`p_2i+1^{-ai}`

if`a_i < 0`

This way, we encode any fraction as a positive integer. Now, given a progoram (sequence of encoded fractions F0, F1, ...), we encode that by

`p_0^F0 p1^F1 ... `

Finally, input to the interpreter is given by:

`2^(program) 3^(input) 5 `

where `program`

and `input`

are encoded as above. For example, in the first test problem, `3/2`

gets encoded to `15`

, so the program gets encoded to `2^15`

; and `108`

gets encoded to `500`

. So, we pass

`2^{2^15} 3^500 5 `

to the program. The output, then is of the form

`2^(program) 3^(output) `

so in the first example, it'll be

`2^{2^15} 3^3125 `

## How does it work?

I wrote a meta-language that compiles down to Fractran. It allows for functions (simple Fractran and sequences of other functions), and a `while`

loop and `if`

statement (for convenience!). The code for that can be found here.

If you want to compile that code down to Fractran yourself, my (C++) program can be found here [tar.gz]. In a stunning display of dogfooding (and showing off), I used my C++ YAML parser yaml-cpp, so you'd have to download and link with that. For both yaml-cpp and the "compiler", you'll need CMake for cross-platform makefile generating.

The usage of this program is:

`./fracc interpreter.frp `

The it reads the name of a function from standard input, and writes the corresponding "pseudo-Fraction" (I'll explain that in a second) to standard output. So to compile the interpreter (the Interpret function), you could run

`echo "Interpret" | ./fracc interpreter.frp > interpret `

The output ("pseudo-Fractran") will be a sequence of lines, each with a string of space-separated digits. A line corresponds to a fraction: if the `n`

th digit in the line is `an`

, then the fraction is the product of `p_n^an`

.

It's very easy to convert this to Fractran, but if you're lazy, you can use to-fractions.py. [**Note**: earlier I had a C++ program, and I had carelessly ignored integer overflow. I translated it to Python to avoid this.]

**Note about input**: if you want to test out a different function this way, the convention is always the same. It has a number of parameters (usually the comment above the function explains this) in pseudo-Fractran, so give it what it wants, plus a `1`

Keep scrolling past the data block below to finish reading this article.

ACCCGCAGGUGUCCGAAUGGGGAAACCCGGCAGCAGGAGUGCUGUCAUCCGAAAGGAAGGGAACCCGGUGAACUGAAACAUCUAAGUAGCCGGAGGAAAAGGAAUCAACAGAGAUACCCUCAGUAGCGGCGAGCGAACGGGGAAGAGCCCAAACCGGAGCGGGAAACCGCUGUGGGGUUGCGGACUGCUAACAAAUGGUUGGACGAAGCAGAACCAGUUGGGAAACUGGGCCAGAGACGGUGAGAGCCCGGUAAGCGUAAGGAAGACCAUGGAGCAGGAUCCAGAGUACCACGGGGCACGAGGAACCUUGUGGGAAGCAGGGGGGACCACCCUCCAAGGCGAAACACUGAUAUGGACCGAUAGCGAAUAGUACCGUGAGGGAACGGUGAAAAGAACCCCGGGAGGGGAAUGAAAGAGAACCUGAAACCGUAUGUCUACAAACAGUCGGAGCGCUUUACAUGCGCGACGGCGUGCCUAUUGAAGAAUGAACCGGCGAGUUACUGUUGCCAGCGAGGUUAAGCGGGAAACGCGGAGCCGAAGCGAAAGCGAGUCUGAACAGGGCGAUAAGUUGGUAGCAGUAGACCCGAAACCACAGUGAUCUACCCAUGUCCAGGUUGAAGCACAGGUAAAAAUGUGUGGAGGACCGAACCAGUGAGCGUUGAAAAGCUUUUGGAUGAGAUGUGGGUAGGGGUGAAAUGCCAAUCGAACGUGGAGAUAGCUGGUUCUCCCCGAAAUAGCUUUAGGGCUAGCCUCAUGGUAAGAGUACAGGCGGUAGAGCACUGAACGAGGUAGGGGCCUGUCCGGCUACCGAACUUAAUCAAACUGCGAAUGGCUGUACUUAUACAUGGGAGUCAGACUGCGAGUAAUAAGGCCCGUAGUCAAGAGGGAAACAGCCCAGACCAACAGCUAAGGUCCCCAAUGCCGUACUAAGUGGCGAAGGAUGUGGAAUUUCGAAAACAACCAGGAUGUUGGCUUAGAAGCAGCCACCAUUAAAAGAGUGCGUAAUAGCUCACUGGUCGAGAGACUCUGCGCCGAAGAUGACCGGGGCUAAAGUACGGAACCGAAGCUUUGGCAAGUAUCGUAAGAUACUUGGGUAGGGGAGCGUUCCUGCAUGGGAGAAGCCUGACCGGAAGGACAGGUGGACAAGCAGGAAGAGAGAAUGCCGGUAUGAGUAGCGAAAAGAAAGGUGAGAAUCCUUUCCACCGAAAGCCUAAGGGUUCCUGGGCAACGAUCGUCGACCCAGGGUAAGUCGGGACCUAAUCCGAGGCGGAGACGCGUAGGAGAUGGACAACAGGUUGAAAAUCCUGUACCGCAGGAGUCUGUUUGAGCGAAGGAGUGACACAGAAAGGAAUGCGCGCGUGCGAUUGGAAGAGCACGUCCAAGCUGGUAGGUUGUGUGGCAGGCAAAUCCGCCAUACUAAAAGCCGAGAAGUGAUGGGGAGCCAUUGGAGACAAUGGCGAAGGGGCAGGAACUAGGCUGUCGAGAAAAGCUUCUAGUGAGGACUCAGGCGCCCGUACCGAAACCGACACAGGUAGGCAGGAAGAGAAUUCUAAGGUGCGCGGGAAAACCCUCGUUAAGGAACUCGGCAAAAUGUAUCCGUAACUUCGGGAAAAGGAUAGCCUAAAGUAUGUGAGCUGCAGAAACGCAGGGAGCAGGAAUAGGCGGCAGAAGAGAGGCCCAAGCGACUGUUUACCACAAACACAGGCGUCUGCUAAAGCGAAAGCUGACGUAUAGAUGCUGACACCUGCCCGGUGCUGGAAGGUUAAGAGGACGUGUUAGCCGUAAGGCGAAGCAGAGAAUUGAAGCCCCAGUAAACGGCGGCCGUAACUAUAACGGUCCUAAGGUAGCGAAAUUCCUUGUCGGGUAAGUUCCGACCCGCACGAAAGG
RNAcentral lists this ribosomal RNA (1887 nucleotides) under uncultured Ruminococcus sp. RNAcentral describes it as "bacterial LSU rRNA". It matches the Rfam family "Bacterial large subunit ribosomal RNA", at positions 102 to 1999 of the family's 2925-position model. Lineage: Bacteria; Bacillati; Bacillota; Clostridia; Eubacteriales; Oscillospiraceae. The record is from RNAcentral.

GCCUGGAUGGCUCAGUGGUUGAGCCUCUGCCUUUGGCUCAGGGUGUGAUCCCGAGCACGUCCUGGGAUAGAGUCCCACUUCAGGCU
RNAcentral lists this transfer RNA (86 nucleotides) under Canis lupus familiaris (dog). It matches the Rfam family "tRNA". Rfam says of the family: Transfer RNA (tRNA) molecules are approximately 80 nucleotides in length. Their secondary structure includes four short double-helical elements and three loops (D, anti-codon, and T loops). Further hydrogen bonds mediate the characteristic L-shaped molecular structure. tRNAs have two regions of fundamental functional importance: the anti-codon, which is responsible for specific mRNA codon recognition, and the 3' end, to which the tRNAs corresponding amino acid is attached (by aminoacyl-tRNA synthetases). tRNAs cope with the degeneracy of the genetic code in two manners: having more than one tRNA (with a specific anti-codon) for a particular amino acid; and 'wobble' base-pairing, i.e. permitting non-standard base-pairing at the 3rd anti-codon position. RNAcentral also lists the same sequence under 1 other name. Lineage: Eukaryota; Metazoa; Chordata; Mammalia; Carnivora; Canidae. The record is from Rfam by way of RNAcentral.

on the very next slot (so in ordinary Fractran, multiply once by the first prime that it won't use). This is a "signal" bit to the function to start going.

## However,

I don't recommend actually trying to run the Fractran interpreter (alas). I tested many of its components, and, for example, the function `IncrementPrimes`

, which takes a pair of primes and returns the next two primes, takes about **8 minutes** to run, using my silly C++ interpreter (no need to post that :). Plus, it goes (at least) quadratically in the number of function calls - doubling the number of function calls makes it take at least four times as long (more if there are `while`

loops or `if`

statements). So I'm guessing that running the interpreter will take at least days, if not years :(

So how do I know it works? Well, of course I'm not 100% certain, but I'm pretty close. First of all, I tested many, many of its components, and in particular, I tested all of the elements of the meta-language (sequences of functions and `if`

and `while`

statements) very thoroughly.

Also, the meta-language is easy to translate into your favorite language, and even easier to translate to C++, since all parameters of functions are passed by reference. If you're feeling lazy again, you can download my translation here [tar.gz] (there's no makefile; it's just two .cpp files, so directly calling gcc is fine).

So you can compare the two interpreters, run the C++ version (it also takes input/output in pseudo-Fractran), check that that works, and then convince yourself that the meta-language works too.